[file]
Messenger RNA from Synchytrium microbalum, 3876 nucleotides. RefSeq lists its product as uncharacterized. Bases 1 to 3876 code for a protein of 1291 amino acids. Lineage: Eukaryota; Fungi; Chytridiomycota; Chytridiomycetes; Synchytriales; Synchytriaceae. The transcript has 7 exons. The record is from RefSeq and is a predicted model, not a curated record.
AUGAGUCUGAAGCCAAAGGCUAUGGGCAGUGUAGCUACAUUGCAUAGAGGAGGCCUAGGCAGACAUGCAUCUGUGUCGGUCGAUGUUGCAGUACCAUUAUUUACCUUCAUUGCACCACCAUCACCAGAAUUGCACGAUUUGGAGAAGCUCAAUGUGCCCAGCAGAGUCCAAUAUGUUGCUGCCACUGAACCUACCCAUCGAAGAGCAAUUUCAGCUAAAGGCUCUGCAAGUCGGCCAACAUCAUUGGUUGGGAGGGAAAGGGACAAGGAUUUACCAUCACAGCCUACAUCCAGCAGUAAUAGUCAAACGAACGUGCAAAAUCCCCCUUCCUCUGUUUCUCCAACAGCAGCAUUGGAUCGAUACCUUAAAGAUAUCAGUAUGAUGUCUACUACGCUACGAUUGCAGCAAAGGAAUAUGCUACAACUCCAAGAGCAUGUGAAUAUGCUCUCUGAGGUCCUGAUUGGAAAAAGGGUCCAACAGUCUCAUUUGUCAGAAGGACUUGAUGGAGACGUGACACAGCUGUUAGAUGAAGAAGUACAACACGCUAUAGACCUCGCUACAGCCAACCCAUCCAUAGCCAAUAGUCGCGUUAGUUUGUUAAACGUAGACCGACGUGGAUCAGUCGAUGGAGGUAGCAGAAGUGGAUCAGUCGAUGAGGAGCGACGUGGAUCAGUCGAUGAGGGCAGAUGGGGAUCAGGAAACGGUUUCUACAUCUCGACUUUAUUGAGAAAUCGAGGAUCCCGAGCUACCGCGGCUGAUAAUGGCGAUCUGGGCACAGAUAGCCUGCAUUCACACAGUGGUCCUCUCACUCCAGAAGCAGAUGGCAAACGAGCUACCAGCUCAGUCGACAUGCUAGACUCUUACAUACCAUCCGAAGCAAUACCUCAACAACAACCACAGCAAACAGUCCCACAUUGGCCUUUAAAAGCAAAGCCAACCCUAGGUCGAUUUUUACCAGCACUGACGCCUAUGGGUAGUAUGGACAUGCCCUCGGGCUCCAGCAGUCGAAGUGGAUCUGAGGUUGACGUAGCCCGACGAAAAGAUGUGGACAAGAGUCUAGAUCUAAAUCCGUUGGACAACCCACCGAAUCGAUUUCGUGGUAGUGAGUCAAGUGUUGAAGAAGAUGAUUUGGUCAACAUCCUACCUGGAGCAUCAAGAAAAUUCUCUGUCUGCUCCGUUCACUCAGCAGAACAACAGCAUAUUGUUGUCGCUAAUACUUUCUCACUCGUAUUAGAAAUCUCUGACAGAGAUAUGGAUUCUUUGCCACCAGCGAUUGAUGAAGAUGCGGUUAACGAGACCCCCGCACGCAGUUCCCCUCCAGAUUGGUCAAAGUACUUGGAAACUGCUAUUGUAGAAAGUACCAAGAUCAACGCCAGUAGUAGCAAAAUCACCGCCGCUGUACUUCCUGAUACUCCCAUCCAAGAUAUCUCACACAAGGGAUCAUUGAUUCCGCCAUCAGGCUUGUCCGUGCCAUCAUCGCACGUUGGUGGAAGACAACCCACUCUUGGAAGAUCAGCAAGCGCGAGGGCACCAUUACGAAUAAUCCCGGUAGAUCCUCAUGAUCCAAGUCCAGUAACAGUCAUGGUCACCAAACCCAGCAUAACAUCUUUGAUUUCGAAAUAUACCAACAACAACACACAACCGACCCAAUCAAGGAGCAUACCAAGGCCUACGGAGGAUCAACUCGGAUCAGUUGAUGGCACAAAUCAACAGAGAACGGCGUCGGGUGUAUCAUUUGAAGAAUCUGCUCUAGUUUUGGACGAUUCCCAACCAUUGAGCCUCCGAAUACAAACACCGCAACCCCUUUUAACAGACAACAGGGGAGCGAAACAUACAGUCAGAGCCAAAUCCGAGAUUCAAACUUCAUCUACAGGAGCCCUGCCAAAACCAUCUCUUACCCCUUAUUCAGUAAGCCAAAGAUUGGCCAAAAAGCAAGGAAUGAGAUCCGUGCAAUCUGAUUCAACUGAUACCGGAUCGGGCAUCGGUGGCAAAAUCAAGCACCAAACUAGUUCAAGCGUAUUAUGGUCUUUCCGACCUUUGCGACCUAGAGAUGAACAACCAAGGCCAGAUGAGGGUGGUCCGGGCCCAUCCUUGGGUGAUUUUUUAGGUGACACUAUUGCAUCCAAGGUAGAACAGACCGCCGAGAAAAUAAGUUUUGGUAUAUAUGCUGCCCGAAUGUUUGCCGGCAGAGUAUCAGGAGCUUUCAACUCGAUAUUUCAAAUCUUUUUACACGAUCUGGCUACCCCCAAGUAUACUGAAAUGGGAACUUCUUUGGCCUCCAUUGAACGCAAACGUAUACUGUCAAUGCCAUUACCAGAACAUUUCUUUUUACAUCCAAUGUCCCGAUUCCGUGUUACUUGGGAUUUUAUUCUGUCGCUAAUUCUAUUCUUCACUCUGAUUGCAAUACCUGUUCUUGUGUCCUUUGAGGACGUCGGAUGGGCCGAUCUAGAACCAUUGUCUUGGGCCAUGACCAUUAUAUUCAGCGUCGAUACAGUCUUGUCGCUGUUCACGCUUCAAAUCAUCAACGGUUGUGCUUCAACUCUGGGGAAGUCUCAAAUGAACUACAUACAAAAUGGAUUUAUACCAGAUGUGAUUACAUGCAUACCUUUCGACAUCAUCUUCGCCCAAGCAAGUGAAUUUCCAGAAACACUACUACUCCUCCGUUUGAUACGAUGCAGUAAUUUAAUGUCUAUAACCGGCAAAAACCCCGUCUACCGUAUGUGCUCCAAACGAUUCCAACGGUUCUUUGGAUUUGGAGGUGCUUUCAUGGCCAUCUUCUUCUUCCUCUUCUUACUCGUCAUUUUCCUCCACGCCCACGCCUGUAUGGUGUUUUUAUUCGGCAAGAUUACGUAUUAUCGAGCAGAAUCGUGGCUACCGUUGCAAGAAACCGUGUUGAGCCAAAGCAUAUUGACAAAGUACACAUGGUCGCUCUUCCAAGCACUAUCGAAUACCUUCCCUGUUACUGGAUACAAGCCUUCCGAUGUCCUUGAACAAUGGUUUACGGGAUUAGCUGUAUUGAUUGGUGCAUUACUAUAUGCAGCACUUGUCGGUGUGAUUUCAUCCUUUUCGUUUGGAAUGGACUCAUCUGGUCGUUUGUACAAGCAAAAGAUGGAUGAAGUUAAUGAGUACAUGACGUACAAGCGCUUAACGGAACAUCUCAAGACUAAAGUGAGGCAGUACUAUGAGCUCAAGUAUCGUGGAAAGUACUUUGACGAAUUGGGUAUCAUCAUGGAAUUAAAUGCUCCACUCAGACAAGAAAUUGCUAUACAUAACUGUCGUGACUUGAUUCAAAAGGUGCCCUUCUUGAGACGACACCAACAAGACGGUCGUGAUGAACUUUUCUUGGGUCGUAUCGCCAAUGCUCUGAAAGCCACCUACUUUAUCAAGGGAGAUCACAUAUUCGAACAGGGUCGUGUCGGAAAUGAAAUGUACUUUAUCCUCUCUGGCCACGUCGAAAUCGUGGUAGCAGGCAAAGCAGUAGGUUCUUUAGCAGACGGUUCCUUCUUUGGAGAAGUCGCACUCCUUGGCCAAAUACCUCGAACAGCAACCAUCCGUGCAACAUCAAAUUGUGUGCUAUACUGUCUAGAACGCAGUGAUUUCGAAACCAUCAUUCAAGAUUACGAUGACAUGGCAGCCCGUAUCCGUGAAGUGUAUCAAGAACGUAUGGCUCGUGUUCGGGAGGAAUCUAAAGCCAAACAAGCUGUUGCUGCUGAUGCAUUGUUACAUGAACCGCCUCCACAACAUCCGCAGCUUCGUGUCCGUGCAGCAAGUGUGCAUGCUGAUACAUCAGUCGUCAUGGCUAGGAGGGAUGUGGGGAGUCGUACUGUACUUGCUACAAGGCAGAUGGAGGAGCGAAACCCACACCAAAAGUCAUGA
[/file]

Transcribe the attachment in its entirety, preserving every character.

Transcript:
Messenger RNA from Synchytrium microbalum, 3876 nucleotides. RefSeq lists its product as uncharacterized. Bases 1 to 3876 code for a protein of 1291 amino acids. Lineage: Eukaryota; Fungi; Chytridiomycota; Chytridiomycetes; Synchytriales; Synchytriaceae. The transcript has 7 exons. The record is from RefSeq and is a predicted model, not a curated record.
AUGAGUCUGAAGCCAAAGGCUAUGGGCAGUGUAGCUACAUUGCAUAGAGGAGGCCUAGGCAGACAUGCAUCUGUGUCGGUCGAUGUUGCAGUACCAUUAUUUACCUUCAUUGCACCACCAUCACCAGAAUUGCACGAUUUGGAGAAGCUCAAUGUGCCCAGCAGAGUCCAAUAUGUUGCUGCCACUGAACCUACCCAUCGAAGAGCAAUUUCAGCUAAAGGCUCUGCAAGUCGGCCAACAUCAUUGGUUGGGAGGGAAAGGGACAAGGAUUUACCAUCACAGCCUACAUCCAGCAGUAAUAGUCAAACGAACGUGCAAAAUCCCCCUUCCUCUGUUUCUCCAACAGCAGCAUUGGAUCGAUACCUUAAAGAUAUCAGUAUGAUGUCUACUACGCUACGAUUGCAGCAAAGGAAUAUGCUACAACUCCAAGAGCAUGUGAAUAUGCUCUCUGAGGUCCUGAUUGGAAAAAGGGUCCAACAGUCUCAUUUGUCAGAAGGACUUGAUGGAGACGUGACACAGCUGUUAGAUGAAGAAGUACAACACGCUAUAGACCUCGCUACAGCCAACCCAUCCAUAGCCAAUAGUCGCGUUAGUUUGUUAAACGUAGACCGACGUGGAUCAGUCGAUGGAGGUAGCAGAAGUGGAUCAGUCGAUGAGGAGCGACGUGGAUCAGUCGAUGAGGGCAGAUGGGGAUCAGGAAACGGUUUCUACAUCUCGACUUUAUUGAGAAAUCGAGGAUCCCGAGCUACCGCGGCUGAUAAUGGCGAUCUGGGCACAGAUAGCCUGCAUUCACACAGUGGUCCUCUCACUCCAGAAGCAGAUGGCAAACGAGCUACCAGCUCAGUCGACAUGCUAGACUCUUACAUACCAUCCGAAGCAAUACCUCAACAACAACCACAGCAAACAGUCCCACAUUGGCCUUUAAAAGCAAAGCCAACCCUAGGUCGAUUUUUACCAGCACUGACGCCUAUGGGUAGUAUGGACAUGCCCUCGGGCUCCAGCAGUCGAAGUGGAUCUGAGGUUGACGUAGCCCGACGAAAAGAUGUGGACAAGAGUCUAGAUCUAAAUCCGUUGGACAACCCACCGAAUCGAUUUCGUGGUAGUGAGUCAAGUGUUGAAGAAGAUGAUUUGGUCAACAUCCUACCUGGAGCAUCAAGAAAAUUCUCUGUCUGCUCCGUUCACUCAGCAGAACAACAGCAUAUUGUUGUCGCUAAUACUUUCUCACUCGUAUUAGAAAUCUCUGACAGAGAUAUGGAUUCUUUGCCACCAGCGAUUGAUGAAGAUGCGGUUAACGAGACCCCCGCACGCAGUUCCCCUCCAGAUUGGUCAAAGUACUUGGAAACUGCUAUUGUAGAAAGUACCAAGAUCAACGCCAGUAGUAGCAAAAUCACCGCCGCUGUACUUCCUGAUACUCCCAUCCAAGAUAUCUCACACAAGGGAUCAUUGAUUCCGCCAUCAGGCUUGUCCGUGCCAUCAUCGCACGUUGGUGGAAGACAACCCACUCUUGGAAGAUCAGCAAGCGCGAGGGCACCAUUACGAAUAAUCCCGGUAGAUCCUCAUGAUCCAAGUCCAGUAACAGUCAUGGUCACCAAACCCAGCAUAACAUCUUUGAUUUCGAAAUAUACCAACAACAACACACAACCGACCCAAUCAAGGAGCAUACCAAGGCCUACGGAGGAUCAACUCGGAUCAGUUGAUGGCACAAAUCAACAGAGAACGGCGUCGGGUGUAUCAUUUGAAGAAUCUGCUCUAGUUUUGGACGAUUCCCAACCAUUGAGCCUCCGAAUACAAACACCGCAACCCCUUUUAACAGACAACAGGGGAGCGAAACAUACAGUCAGAGCCAAAUCCGAGAUUCAAACUUCAUCUACAGGAGCCCUGCCAAAACCAUCUCUUACCCCUUAUUCAGUAAGCCAAAGAUUGGCCAAAAAGCAAGGAAUGAGAUCCGUGCAAUCUGAUUCAACUGAUACCGGAUCGGGCAUCGGUGGCAAAAUCAAGCACCAAACUAGUUCAAGCGUAUUAUGGUCUUUCCGACCUUUGCGACCUAGAGAUGAACAACCAAGGCCAGAUGAGGGUGGUCCGGGCCCAUCCUUGGGUGAUUUUUUAGGUGACACUAUUGCAUCCAAGGUAGAACAGACCGCCGAGAAAAUAAGUUUUGGUAUAUAUGCUGCCCGAAUGUUUGCCGGCAGAGUAUCAGGAGCUUUCAACUCGAUAUUUCAAAUCUUUUUACACGAUCUGGCUACCCCCAAGUAUACUGAAAUGGGAACUUCUUUGGCCUCCAUUGAACGCAAACGUAUACUGUCAAUGCCAUUACCAGAACAUUUCUUUUUACAUCCAAUGUCCCGAUUCCGUGUUACUUGGGAUUUUAUUCUGUCGCUAAUUCUAUUCUUCACUCUGAUUGCAAUACCUGUUCUUGUGUCCUUUGAGGACGUCGGAUGGGCCGAUCUAGAACCAUUGUCUUGGGCCAUGACCAUUAUAUUCAGCGUCGAUACAGUCUUGUCGCUGUUCACGCUUCAAAUCAUCAACGGUUGUGCUUCAACUCUGGGGAAGUCUCAAAUGAACUACAUACAAAAUGGAUUUAUACCAGAUGUGAUUACAUGCAUACCUUUCGACAUCAUCUUCGCCCAAGCAAGUGAAUUUCCAGAAACACUACUACUCCUCCGUUUGAUACGAUGCAGUAAUUUAAUGUCUAUAACCGGCAAAAACCCCGUCUACCGUAUGUGCUCCAAACGAUUCCAACGGUUCUUUGGAUUUGGAGGUGCUUUCAUGGCCAUCUUCUUCUUCCUCUUCUUACUCGUCAUUUUCCUCCACGCCCACGCCUGUAUGGUGUUUUUAUUCGGCAAGAUUACGUAUUAUCGAGCAGAAUCGUGGCUACCGUUGCAAGAAACCGUGUUGAGCCAAAGCAUAUUGACAAAGUACACAUGGUCGCUCUUCCAAGCACUAUCGAAUACCUUCCCUGUUACUGGAUACAAGCCUUCCGAUGUCCUUGAACAAUGGUUUACGGGAUUAGCUGUAUUGAUUGGUGCAUUACUAUAUGCAGCACUUGUCGGUGUGAUUUCAUCCUUUUCGUUUGGAAUGGACUCAUCUGGUCGUUUGUACAAGCAAAAGAUGGAUGAAGUUAAUGAGUACAUGACGUACAAGCGCUUAACGGAACAUCUCAAGACUAAAGUGAGGCAGUACUAUGAGCUCAAGUAUCGUGGAAAGUACUUUGACGAAUUGGGUAUCAUCAUGGAAUUAAAUGCUCCACUCAGACAAGAAAUUGCUAUACAUAACUGUCGUGACUUGAUUCAAAAGGUGCCCUUCUUGAGACGACACCAACAAGACGGUCGUGAUGAACUUUUCUUGGGUCGUAUCGCCAAUGCUCUGAAAGCCACCUACUUUAUCAAGGGAGAUCACAUAUUCGAACAGGGUCGUGUCGGAAAUGAAAUGUACUUUAUCCUCUCUGGCCACGUCGAAAUCGUGGUAGCAGGCAAAGCAGUAGGUUCUUUAGCAGACGGUUCCUUCUUUGGAGAAGUCGCACUCCUUGGCCAAAUACCUCGAACAGCAACCAUCCGUGCAACAUCAAAUUGUGUGCUAUACUGUCUAGAACGCAGUGAUUUCGAAACCAUCAUUCAAGAUUACGAUGACAUGGCAGCCCGUAUCCGUGAAGUGUAUCAAGAACGUAUGGCUCGUGUUCGGGAGGAAUCUAAAGCCAAACAAGCUGUUGCUGCUGAUGCAUUGUUACAUGAACCGCCUCCACAACAUCCGCAGCUUCGUGUCCGUGCAGCAAGUGUGCAUGCUGAUACAUCAGUCGUCAUGGCUAGGAGGGAUGUGGGGAGUCGUACUGUACUUGCUACAAGGCAGAUGGAGGAGCGAAACCCACACCAAAAGUCAUGA